An autopsy conducted by the Harris County Institute of Forensic Science concluded that Bland died through asphyxiation, and classified her death as a suicide.[31] Police stated that Bland had used a plastic garbage bag to hang herself.[5] The autopsy report showed Bland had multiple abrasions on the right side of her back, slight abrasions on her wrists,[40] and 25 to 30 healing, parallel cuts on her left forearm that predated her arrest.[41][42][8]


An initial toxicology report released by the Harris County medical examiner's office found "a remarkably high concentration" of THC for someone who had been in jail for three days, leading to speculation that Bland may have had access to marijuana while in jail. Waller County assistant district attorney, Warren Diepraam said that it was more likely that Bland had ingested a very large amount of marijuana prior to her arrest. A toxicologist for the Tarrant County medical examiner's office agreed, indicating a THC level as high as Bland's suggests she "either had access to the drug in jail or she was a consistent user of the drug and her body had accumulated THC to the point that it was slowly releasing it over time." But he added: "I have never seen a report in the literature or from any other source of residual THC that high three days after someone stops using the drug."[43][44]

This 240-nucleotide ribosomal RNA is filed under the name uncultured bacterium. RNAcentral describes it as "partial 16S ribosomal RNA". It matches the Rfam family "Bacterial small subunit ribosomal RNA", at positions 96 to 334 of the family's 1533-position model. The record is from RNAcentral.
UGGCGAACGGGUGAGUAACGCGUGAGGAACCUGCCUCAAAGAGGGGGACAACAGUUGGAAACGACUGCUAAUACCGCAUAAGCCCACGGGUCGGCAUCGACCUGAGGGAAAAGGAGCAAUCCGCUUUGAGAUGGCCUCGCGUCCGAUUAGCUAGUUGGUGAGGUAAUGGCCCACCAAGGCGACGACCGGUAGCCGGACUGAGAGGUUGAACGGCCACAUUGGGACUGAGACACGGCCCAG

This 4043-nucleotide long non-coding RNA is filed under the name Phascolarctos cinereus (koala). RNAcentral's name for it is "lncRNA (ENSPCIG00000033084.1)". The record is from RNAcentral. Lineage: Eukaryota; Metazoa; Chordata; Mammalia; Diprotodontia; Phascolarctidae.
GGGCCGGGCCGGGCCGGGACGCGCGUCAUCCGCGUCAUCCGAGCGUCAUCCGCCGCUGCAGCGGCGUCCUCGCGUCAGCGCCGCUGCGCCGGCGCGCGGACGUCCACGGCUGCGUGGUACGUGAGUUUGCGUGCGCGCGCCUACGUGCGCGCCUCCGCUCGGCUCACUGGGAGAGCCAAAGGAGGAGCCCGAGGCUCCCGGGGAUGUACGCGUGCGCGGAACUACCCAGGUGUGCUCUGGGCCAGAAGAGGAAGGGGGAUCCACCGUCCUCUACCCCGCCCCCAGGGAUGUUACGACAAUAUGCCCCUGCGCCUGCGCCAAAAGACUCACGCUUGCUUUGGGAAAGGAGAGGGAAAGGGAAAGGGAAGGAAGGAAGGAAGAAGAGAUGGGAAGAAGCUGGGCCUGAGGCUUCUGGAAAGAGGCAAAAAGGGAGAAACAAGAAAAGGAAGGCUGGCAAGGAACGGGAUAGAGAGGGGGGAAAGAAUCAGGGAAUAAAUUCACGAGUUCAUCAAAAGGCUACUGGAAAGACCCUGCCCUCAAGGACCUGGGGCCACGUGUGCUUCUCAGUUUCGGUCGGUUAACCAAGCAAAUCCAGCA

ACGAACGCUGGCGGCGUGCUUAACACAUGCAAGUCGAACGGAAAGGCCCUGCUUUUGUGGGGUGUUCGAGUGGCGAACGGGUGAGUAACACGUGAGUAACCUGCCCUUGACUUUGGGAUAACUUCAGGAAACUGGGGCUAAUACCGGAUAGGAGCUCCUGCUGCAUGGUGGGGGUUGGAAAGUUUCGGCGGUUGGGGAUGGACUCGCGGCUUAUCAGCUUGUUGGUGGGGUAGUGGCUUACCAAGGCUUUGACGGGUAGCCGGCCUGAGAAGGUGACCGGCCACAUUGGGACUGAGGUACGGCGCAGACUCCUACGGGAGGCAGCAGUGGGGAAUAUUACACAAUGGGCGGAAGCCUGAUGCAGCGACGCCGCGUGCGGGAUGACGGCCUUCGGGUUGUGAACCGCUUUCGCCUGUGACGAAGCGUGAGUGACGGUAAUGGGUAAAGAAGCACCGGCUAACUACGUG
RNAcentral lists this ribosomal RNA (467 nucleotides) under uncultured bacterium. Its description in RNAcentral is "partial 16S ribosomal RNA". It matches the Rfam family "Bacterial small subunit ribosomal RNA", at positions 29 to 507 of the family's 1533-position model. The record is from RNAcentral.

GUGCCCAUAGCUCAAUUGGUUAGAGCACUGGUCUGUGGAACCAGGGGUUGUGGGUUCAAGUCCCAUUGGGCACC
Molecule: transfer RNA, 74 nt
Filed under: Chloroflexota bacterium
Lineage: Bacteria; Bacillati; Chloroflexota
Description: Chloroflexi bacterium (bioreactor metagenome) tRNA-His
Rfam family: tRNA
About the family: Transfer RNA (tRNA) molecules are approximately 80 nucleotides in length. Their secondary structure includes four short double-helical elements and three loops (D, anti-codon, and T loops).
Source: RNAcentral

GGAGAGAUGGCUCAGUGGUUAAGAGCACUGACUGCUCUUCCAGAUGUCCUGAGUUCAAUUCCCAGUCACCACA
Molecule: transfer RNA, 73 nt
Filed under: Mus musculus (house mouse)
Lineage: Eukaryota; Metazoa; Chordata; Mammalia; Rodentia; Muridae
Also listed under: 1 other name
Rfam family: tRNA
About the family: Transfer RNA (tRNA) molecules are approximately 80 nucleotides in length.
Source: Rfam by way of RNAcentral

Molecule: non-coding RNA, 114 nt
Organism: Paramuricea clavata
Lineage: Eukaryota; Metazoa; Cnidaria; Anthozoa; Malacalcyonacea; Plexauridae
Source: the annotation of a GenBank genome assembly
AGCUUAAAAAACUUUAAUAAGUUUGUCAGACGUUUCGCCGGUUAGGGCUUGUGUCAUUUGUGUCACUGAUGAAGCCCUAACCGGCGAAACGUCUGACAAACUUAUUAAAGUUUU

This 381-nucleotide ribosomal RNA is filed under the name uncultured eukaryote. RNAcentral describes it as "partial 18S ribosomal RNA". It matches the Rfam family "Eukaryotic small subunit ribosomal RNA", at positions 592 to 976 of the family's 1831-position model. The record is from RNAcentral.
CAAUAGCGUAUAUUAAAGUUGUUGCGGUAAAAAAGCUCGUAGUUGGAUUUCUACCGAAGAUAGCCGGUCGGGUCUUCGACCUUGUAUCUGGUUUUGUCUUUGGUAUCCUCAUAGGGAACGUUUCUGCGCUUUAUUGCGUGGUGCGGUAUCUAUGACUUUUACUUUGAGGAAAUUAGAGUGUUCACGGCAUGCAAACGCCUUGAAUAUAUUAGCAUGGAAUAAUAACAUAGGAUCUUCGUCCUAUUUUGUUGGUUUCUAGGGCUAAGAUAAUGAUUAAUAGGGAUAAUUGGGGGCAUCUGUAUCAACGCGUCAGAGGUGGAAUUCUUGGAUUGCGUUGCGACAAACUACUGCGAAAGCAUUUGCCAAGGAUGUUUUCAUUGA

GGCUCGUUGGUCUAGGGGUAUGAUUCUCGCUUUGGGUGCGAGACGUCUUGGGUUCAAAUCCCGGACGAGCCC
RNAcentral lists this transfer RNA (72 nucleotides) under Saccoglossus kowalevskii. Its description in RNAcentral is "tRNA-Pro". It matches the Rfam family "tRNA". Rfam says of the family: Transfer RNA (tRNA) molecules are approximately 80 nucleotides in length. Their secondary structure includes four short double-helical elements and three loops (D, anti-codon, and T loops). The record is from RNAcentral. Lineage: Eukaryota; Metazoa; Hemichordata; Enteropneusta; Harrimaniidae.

Bland's funeral was held on July 22 at DuPage African Methodist Episcopal Church in Lisle, Illinois.[45]

Initial reactions[edit]

Calls for independent investigation[edit]

Family and friends called for an independent autopsy, and stated that it was unlikely Bland would have killed herself.[5] Bland's family said that she was upbeat about the job she was about to begin for Prairie View A&M University.[46]